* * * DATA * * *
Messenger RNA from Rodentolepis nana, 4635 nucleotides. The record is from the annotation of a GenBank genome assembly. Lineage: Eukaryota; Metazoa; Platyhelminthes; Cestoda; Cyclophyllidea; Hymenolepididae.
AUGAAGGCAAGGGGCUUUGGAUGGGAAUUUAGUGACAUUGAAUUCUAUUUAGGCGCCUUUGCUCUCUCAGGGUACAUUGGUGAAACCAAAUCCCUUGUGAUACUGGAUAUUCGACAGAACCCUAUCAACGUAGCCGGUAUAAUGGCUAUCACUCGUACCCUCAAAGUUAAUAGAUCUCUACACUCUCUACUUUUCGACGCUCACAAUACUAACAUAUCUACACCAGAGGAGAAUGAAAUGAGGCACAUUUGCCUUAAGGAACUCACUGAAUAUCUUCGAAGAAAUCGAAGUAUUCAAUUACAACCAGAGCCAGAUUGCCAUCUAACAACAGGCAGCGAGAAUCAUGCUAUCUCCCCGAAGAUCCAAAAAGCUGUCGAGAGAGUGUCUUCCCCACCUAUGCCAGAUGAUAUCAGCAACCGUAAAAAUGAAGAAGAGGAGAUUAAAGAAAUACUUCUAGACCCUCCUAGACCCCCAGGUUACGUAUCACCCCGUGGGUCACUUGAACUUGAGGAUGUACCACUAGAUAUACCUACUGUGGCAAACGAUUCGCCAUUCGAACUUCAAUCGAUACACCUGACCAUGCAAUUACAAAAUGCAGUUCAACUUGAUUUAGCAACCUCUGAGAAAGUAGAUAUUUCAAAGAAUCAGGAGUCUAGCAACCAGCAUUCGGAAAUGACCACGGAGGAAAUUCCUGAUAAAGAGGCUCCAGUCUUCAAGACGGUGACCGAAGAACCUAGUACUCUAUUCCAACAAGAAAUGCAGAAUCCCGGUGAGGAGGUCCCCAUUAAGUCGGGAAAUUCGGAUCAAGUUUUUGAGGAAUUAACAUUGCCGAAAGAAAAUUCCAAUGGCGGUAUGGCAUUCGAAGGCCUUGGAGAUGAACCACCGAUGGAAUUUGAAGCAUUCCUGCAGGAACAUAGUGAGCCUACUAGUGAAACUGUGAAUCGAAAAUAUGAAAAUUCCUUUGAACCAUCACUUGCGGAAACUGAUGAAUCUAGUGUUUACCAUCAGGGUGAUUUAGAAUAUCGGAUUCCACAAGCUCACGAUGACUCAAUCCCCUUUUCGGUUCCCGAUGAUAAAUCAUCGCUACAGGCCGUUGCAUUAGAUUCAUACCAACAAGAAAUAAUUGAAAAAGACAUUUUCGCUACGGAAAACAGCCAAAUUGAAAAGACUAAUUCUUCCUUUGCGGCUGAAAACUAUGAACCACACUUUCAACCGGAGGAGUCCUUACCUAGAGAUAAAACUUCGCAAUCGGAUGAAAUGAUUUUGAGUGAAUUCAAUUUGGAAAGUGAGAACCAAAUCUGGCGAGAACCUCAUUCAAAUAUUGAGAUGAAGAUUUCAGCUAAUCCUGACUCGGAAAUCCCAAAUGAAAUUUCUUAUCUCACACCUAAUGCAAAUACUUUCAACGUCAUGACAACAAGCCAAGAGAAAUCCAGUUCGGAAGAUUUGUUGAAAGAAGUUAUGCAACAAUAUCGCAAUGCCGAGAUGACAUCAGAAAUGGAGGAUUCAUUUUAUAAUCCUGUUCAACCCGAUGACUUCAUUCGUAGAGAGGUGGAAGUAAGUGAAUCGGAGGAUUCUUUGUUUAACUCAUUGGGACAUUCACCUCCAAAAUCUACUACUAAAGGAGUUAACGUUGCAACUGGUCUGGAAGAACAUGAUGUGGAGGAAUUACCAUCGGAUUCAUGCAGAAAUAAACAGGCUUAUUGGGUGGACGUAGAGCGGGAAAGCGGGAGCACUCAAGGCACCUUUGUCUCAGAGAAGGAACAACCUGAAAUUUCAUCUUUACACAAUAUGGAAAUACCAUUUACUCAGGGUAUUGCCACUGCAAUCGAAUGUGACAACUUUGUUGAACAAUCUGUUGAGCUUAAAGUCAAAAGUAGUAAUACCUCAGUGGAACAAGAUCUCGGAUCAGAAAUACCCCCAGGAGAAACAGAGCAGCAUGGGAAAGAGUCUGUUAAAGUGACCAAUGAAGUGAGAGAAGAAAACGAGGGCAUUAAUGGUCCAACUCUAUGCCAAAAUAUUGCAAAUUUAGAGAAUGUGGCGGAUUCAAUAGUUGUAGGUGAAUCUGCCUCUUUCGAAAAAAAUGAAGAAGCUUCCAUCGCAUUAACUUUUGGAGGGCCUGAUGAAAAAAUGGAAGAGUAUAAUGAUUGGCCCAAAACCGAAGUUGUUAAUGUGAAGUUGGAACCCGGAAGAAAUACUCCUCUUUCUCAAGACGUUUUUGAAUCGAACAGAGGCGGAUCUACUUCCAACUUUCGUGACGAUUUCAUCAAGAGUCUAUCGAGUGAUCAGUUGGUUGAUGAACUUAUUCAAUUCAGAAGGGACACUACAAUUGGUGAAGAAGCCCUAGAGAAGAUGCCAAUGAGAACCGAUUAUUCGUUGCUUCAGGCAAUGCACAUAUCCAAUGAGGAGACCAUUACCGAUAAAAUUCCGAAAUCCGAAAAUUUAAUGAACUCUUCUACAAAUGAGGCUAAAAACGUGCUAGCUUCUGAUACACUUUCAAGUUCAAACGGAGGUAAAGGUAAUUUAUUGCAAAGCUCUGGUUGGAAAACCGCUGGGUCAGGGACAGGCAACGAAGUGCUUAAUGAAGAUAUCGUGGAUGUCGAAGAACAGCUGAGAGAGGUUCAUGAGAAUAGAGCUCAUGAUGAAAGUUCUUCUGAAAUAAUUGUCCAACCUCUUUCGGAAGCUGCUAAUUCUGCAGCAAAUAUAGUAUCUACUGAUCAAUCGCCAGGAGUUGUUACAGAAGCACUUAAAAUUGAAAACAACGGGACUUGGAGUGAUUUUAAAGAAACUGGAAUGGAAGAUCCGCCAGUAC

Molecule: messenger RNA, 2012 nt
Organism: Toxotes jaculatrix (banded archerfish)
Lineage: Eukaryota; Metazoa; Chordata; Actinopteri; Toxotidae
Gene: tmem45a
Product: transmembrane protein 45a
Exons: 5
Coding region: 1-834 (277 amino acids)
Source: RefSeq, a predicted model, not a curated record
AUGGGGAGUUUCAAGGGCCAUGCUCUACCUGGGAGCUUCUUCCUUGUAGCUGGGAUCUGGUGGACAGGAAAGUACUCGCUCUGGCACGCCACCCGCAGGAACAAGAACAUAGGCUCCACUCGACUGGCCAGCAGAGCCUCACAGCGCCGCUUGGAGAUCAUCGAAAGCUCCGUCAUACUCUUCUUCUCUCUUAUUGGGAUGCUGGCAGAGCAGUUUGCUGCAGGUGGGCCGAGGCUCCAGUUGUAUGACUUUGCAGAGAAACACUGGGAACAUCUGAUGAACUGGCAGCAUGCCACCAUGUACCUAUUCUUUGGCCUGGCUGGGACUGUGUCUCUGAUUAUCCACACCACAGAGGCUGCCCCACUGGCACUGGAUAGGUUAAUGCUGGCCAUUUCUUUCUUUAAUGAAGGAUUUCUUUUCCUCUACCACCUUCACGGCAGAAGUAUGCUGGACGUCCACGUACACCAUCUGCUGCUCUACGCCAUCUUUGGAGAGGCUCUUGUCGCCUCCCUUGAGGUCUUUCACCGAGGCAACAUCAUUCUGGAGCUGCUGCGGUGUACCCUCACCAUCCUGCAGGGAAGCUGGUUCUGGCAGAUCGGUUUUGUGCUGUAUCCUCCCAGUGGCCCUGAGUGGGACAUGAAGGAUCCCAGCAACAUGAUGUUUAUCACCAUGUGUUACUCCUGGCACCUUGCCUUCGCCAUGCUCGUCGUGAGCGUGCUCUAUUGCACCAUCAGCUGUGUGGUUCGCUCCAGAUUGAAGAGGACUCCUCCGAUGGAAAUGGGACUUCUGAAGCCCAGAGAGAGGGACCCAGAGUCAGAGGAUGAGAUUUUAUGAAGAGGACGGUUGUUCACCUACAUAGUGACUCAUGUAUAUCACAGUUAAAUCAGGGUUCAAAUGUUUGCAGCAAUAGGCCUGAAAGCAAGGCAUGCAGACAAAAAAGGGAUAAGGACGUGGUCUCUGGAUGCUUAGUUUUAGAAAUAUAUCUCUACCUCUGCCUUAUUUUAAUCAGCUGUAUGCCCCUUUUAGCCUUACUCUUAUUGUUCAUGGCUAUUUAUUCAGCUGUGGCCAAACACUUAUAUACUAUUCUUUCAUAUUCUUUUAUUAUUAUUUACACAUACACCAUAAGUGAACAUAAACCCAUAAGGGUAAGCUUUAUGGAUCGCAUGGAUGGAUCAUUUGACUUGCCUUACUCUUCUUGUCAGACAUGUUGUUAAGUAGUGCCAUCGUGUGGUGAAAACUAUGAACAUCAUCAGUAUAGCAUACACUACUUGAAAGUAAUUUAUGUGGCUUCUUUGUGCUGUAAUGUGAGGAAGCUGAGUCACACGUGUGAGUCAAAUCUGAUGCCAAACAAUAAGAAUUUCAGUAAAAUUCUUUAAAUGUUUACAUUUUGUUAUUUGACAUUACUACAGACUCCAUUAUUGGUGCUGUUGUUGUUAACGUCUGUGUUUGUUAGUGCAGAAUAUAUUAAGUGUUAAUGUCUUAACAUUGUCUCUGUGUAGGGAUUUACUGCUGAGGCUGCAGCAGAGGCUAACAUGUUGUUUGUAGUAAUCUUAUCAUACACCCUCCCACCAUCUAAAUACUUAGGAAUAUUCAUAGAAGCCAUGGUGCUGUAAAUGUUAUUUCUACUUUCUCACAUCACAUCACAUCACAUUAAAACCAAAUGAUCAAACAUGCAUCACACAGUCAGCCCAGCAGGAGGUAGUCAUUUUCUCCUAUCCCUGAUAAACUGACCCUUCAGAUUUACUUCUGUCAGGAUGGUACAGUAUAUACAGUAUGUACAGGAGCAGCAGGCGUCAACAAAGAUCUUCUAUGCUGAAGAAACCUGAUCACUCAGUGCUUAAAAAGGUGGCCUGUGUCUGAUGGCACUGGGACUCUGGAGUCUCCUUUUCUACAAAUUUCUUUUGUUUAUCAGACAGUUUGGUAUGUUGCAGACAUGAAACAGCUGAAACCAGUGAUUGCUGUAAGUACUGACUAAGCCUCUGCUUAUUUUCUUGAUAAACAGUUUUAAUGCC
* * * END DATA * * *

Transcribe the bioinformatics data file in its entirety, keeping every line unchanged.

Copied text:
Messenger RNA from Rodentolepis nana, 4635 nucleotides. The record is from the annotation of a GenBank genome assembly. Lineage: Eukaryota; Metazoa; Platyhelminthes; Cestoda; Cyclophyllidea; Hymenolepididae.
AUGAAGGCAAGGGGCUUUGGAUGGGAAUUUAGUGACAUUGAAUUCUAUUUAGGCGCCUUUGCUCUCUCAGGGUACAUUGGUGAAACCAAAUCCCUUGUGAUACUGGAUAUUCGACAGAACCCUAUCAACGUAGCCGGUAUAAUGGCUAUCACUCGUACCCUCAAAGUUAAUAGAUCUCUACACUCUCUACUUUUCGACGCUCACAAUACUAACAUAUCUACACCAGAGGAGAAUGAAAUGAGGCACAUUUGCCUUAAGGAACUCACUGAAUAUCUUCGAAGAAAUCGAAGUAUUCAAUUACAACCAGAGCCAGAUUGCCAUCUAACAACAGGCAGCGAGAAUCAUGCUAUCUCCCCGAAGAUCCAAAAAGCUGUCGAGAGAGUGUCUUCCCCACCUAUGCCAGAUGAUAUCAGCAACCGUAAAAAUGAAGAAGAGGAGAUUAAAGAAAUACUUCUAGACCCUCCUAGACCCCCAGGUUACGUAUCACCCCGUGGGUCACUUGAACUUGAGGAUGUACCACUAGAUAUACCUACUGUGGCAAACGAUUCGCCAUUCGAACUUCAAUCGAUACACCUGACCAUGCAAUUACAAAAUGCAGUUCAACUUGAUUUAGCAACCUCUGAGAAAGUAGAUAUUUCAAAGAAUCAGGAGUCUAGCAACCAGCAUUCGGAAAUGACCACGGAGGAAAUUCCUGAUAAAGAGGCUCCAGUCUUCAAGACGGUGACCGAAGAACCUAGUACUCUAUUCCAACAAGAAAUGCAGAAUCCCGGUGAGGAGGUCCCCAUUAAGUCGGGAAAUUCGGAUCAAGUUUUUGAGGAAUUAACAUUGCCGAAAGAAAAUUCCAAUGGCGGUAUGGCAUUCGAAGGCCUUGGAGAUGAACCACCGAUGGAAUUUGAAGCAUUCCUGCAGGAACAUAGUGAGCCUACUAGUGAAACUGUGAAUCGAAAAUAUGAAAAUUCCUUUGAACCAUCACUUGCGGAAACUGAUGAAUCUAGUGUUUACCAUCAGGGUGAUUUAGAAUAUCGGAUUCCACAAGCUCACGAUGACUCAAUCCCCUUUUCGGUUCCCGAUGAUAAAUCAUCGCUACAGGCCGUUGCAUUAGAUUCAUACCAACAAGAAAUAAUUGAAAAAGACAUUUUCGCUACGGAAAACAGCCAAAUUGAAAAGACUAAUUCUUCCUUUGCGGCUGAAAACUAUGAACCACACUUUCAACCGGAGGAGUCCUUACCUAGAGAUAAAACUUCGCAAUCGGAUGAAAUGAUUUUGAGUGAAUUCAAUUUGGAAAGUGAGAACCAAAUCUGGCGAGAACCUCAUUCAAAUAUUGAGAUGAAGAUUUCAGCUAAUCCUGACUCGGAAAUCCCAAAUGAAAUUUCUUAUCUCACACCUAAUGCAAAUACUUUCAACGUCAUGACAACAAGCCAAGAGAAAUCCAGUUCGGAAGAUUUGUUGAAAGAAGUUAUGCAACAAUAUCGCAAUGCCGAGAUGACAUCAGAAAUGGAGGAUUCAUUUUAUAAUCCUGUUCAACCCGAUGACUUCAUUCGUAGAGAGGUGGAAGUAAGUGAAUCGGAGGAUUCUUUGUUUAACUCAUUGGGACAUUCACCUCCAAAAUCUACUACUAAAGGAGUUAACGUUGCAACUGGUCUGGAAGAACAUGAUGUGGAGGAAUUACCAUCGGAUUCAUGCAGAAAUAAACAGGCUUAUUGGGUGGACGUAGAGCGGGAAAGCGGGAGCACUCAAGGCACCUUUGUCUCAGAGAAGGAACAACCUGAAAUUUCAUCUUUACACAAUAUGGAAAUACCAUUUACUCAGGGUAUUGCCACUGCAAUCGAAUGUGACAACUUUGUUGAACAAUCUGUUGAGCUUAAAGUCAAAAGUAGUAAUACCUCAGUGGAACAAGAUCUCGGAUCAGAAAUACCCCCAGGAGAAACAGAGCAGCAUGGGAAAGAGUCUGUUAAAGUGACCAAUGAAGUGAGAGAAGAAAACGAGGGCAUUAAUGGUCCAACUCUAUGCCAAAAUAUUGCAAAUUUAGAGAAUGUGGCGGAUUCAAUAGUUGUAGGUGAAUCUGCCUCUUUCGAAAAAAAUGAAGAAGCUUCCAUCGCAUUAACUUUUGGAGGGCCUGAUGAAAAAAUGGAAGAGUAUAAUGAUUGGCCCAAAACCGAAGUUGUUAAUGUGAAGUUGGAACCCGGAAGAAAUACUCCUCUUUCUCAAGACGUUUUUGAAUCGAACAGAGGCGGAUCUACUUCCAACUUUCGUGACGAUUUCAUCAAGAGUCUAUCGAGUGAUCAGUUGGUUGAUGAACUUAUUCAAUUCAGAAGGGACACUACAAUUGGUGAAGAAGCCCUAGAGAAGAUGCCAAUGAGAACCGAUUAUUCGUUGCUUCAGGCAAUGCACAUAUCCAAUGAGGAGACCAUUACCGAUAAAAUUCCGAAAUCCGAAAAUUUAAUGAACUCUUCUACAAAUGAGGCUAAAAACGUGCUAGCUUCUGAUACACUUUCAAGUUCAAACGGAGGUAAAGGUAAUUUAUUGCAAAGCUCUGGUUGGAAAACCGCUGGGUCAGGGACAGGCAACGAAGUGCUUAAUGAAGAUAUCGUGGAUGUCGAAGAACAGCUGAGAGAGGUUCAUGAGAAUAGAGCUCAUGAUGAAAGUUCUUCUGAAAUAAUUGUCCAACCUCUUUCGGAAGCUGCUAAUUCUGCAGCAAAUAUAGUAUCUACUGAUCAAUCGCCAGGAGUUGUUACAGAAGCACUUAAAAUUGAAAACAACGGGACUUGGAGUGAUUUUAAAGAAACUGGAAUGGAAGAUCCGCCAGUAC

Molecule: messenger RNA, 2012 nt
Organism: Toxotes jaculatrix (banded archerfish)
Lineage: Eukaryota; Metazoa; Chordata; Actinopteri; Toxotidae
Gene: tmem45a
Product: transmembrane protein 45a
Exons: 5
Coding region: 1-834 (277 amino acids)
Source: RefSeq, a predicted model, not a curated record
AUGGGGAGUUUCAAGGGCCAUGCUCUACCUGGGAGCUUCUUCCUUGUAGCUGGGAUCUGGUGGACAGGAAAGUACUCGCUCUGGCACGCCACCCGCAGGAACAAGAACAUAGGCUCCACUCGACUGGCCAGCAGAGCCUCACAGCGCCGCUUGGAGAUCAUCGAAAGCUCCGUCAUACUCUUCUUCUCUCUUAUUGGGAUGCUGGCAGAGCAGUUUGCUGCAGGUGGGCCGAGGCUCCAGUUGUAUGACUUUGCAGAGAAACACUGGGAACAUCUGAUGAACUGGCAGCAUGCCACCAUGUACCUAUUCUUUGGCCUGGCUGGGACUGUGUCUCUGAUUAUCCACACCACAGAGGCUGCCCCACUGGCACUGGAUAGGUUAAUGCUGGCCAUUUCUUUCUUUAAUGAAGGAUUUCUUUUCCUCUACCACCUUCACGGCAGAAGUAUGCUGGACGUCCACGUACACCAUCUGCUGCUCUACGCCAUCUUUGGAGAGGCUCUUGUCGCCUCCCUUGAGGUCUUUCACCGAGGCAACAUCAUUCUGGAGCUGCUGCGGUGUACCCUCACCAUCCUGCAGGGAAGCUGGUUCUGGCAGAUCGGUUUUGUGCUGUAUCCUCCCAGUGGCCCUGAGUGGGACAUGAAGGAUCCCAGCAACAUGAUGUUUAUCACCAUGUGUUACUCCUGGCACCUUGCCUUCGCCAUGCUCGUCGUGAGCGUGCUCUAUUGCACCAUCAGCUGUGUGGUUCGCUCCAGAUUGAAGAGGACUCCUCCGAUGGAAAUGGGACUUCUGAAGCCCAGAGAGAGGGACCCAGAGUCAGAGGAUGAGAUUUUAUGAAGAGGACGGUUGUUCACCUACAUAGUGACUCAUGUAUAUCACAGUUAAAUCAGGGUUCAAAUGUUUGCAGCAAUAGGCCUGAAAGCAAGGCAUGCAGACAAAAAAGGGAUAAGGACGUGGUCUCUGGAUGCUUAGUUUUAGAAAUAUAUCUCUACCUCUGCCUUAUUUUAAUCAGCUGUAUGCCCCUUUUAGCCUUACUCUUAUUGUUCAUGGCUAUUUAUUCAGCUGUGGCCAAACACUUAUAUACUAUUCUUUCAUAUUCUUUUAUUAUUAUUUACACAUACACCAUAAGUGAACAUAAACCCAUAAGGGUAAGCUUUAUGGAUCGCAUGGAUGGAUCAUUUGACUUGCCUUACUCUUCUUGUCAGACAUGUUGUUAAGUAGUGCCAUCGUGUGGUGAAAACUAUGAACAUCAUCAGUAUAGCAUACACUACUUGAAAGUAAUUUAUGUGGCUUCUUUGUGCUGUAAUGUGAGGAAGCUGAGUCACACGUGUGAGUCAAAUCUGAUGCCAAACAAUAAGAAUUUCAGUAAAAUUCUUUAAAUGUUUACAUUUUGUUAUUUGACAUUACUACAGACUCCAUUAUUGGUGCUGUUGUUGUUAACGUCUGUGUUUGUUAGUGCAGAAUAUAUUAAGUGUUAAUGUCUUAACAUUGUCUCUGUGUAGGGAUUUACUGCUGAGGCUGCAGCAGAGGCUAACAUGUUGUUUGUAGUAAUCUUAUCAUACACCCUCCCACCAUCUAAAUACUUAGGAAUAUUCAUAGAAGCCAUGGUGCUGUAAAUGUUAUUUCUACUUUCUCACAUCACAUCACAUCACAUUAAAACCAAAUGAUCAAACAUGCAUCACACAGUCAGCCCAGCAGGAGGUAGUCAUUUUCUCCUAUCCCUGAUAAACUGACCCUUCAGAUUUACUUCUGUCAGGAUGGUACAGUAUAUACAGUAUGUACAGGAGCAGCAGGCGUCAACAAAGAUCUUCUAUGCUGAAGAAACCUGAUCACUCAGUGCUUAAAAAGGUGGCCUGUGUCUGAUGGCACUGGGACUCUGGAGUCUCCUUUUCUACAAAUUUCUUUUGUUUAUCAGACAGUUUGGUAUGUUGCAGACAUGAAACAGCUGAAACCAGUGAUUGCUGUAAGUACUGACUAAGCCUCUGCUUAUUUUCUUGAUAAACAGUUUUAAUGCC